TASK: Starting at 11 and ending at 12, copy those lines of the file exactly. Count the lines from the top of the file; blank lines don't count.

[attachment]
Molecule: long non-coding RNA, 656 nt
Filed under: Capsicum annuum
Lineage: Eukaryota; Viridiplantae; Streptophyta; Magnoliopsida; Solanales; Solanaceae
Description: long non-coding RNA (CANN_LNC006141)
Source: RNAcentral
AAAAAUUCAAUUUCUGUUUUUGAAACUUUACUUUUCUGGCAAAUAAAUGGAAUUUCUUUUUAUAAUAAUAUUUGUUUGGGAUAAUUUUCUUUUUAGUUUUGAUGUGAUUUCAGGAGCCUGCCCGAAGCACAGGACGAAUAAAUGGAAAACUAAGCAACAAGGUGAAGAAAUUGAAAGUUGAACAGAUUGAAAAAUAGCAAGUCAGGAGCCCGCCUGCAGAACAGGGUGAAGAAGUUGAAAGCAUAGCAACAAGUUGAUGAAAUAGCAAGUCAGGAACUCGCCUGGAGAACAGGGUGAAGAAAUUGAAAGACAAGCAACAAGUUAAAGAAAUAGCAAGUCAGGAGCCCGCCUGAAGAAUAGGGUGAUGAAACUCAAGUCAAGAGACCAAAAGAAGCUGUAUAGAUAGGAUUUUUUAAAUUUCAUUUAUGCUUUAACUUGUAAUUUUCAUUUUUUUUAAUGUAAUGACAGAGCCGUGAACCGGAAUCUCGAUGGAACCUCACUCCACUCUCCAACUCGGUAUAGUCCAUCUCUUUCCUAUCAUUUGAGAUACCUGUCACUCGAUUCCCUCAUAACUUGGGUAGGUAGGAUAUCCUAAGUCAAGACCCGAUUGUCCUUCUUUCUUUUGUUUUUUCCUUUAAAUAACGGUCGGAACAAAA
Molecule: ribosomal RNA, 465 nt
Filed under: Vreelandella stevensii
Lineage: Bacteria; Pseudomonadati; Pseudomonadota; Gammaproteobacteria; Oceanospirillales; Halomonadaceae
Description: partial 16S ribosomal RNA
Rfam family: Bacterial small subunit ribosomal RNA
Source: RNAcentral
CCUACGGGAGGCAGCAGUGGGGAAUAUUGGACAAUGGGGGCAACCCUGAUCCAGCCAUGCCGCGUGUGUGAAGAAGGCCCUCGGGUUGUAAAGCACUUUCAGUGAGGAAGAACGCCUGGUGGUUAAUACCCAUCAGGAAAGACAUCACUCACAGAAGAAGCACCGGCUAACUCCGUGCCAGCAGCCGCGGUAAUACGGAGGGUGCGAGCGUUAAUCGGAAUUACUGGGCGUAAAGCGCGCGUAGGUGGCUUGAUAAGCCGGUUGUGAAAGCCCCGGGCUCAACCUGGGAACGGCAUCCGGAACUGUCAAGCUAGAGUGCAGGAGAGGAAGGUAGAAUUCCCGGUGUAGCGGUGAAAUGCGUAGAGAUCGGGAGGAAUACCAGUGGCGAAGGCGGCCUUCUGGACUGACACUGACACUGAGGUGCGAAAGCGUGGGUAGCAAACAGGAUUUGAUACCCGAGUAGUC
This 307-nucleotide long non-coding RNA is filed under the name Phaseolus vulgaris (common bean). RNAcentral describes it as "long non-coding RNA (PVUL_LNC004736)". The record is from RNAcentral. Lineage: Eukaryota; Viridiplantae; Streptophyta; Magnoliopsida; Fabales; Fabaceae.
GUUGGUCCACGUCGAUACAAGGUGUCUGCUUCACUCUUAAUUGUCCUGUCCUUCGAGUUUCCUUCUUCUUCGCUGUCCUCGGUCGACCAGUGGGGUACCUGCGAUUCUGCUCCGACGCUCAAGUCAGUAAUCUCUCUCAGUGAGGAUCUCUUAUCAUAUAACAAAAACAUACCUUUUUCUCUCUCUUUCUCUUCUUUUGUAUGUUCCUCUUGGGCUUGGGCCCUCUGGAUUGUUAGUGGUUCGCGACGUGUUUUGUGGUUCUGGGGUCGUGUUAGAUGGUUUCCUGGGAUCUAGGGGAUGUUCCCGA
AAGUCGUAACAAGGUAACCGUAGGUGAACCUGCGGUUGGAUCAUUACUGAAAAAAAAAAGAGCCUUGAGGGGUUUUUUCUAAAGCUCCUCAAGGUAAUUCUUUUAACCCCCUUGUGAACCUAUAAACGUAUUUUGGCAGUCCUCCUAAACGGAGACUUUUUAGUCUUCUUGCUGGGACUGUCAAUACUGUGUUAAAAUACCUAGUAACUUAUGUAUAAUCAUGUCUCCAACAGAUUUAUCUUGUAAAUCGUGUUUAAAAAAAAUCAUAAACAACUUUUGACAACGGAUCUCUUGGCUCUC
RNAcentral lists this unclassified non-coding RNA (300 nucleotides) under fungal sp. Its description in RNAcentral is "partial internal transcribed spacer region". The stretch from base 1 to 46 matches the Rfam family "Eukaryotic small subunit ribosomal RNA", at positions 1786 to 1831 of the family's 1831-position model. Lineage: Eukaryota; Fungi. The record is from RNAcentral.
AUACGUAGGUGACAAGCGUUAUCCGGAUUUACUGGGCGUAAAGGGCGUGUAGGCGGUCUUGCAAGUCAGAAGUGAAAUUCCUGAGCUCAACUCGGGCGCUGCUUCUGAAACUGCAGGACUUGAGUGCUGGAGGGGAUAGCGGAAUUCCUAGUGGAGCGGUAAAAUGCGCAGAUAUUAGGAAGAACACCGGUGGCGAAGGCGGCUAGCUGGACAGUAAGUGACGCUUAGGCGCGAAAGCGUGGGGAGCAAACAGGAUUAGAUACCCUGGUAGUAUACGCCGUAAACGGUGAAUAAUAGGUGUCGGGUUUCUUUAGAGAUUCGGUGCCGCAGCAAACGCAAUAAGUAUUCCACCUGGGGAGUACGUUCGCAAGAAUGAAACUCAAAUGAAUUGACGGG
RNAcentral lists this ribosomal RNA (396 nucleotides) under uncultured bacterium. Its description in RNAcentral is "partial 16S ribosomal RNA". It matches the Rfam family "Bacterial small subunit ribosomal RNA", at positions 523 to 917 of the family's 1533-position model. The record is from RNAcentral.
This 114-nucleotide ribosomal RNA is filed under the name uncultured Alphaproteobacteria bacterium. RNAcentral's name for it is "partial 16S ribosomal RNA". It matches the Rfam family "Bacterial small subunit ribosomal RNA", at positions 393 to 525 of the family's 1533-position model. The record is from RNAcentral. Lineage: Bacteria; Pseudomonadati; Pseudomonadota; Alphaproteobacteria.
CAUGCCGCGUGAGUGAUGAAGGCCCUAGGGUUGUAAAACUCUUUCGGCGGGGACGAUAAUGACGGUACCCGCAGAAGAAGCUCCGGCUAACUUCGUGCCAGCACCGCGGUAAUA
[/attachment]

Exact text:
Rfam family: Bacterial small subunit ribosomal RNA
Source: RNAcentral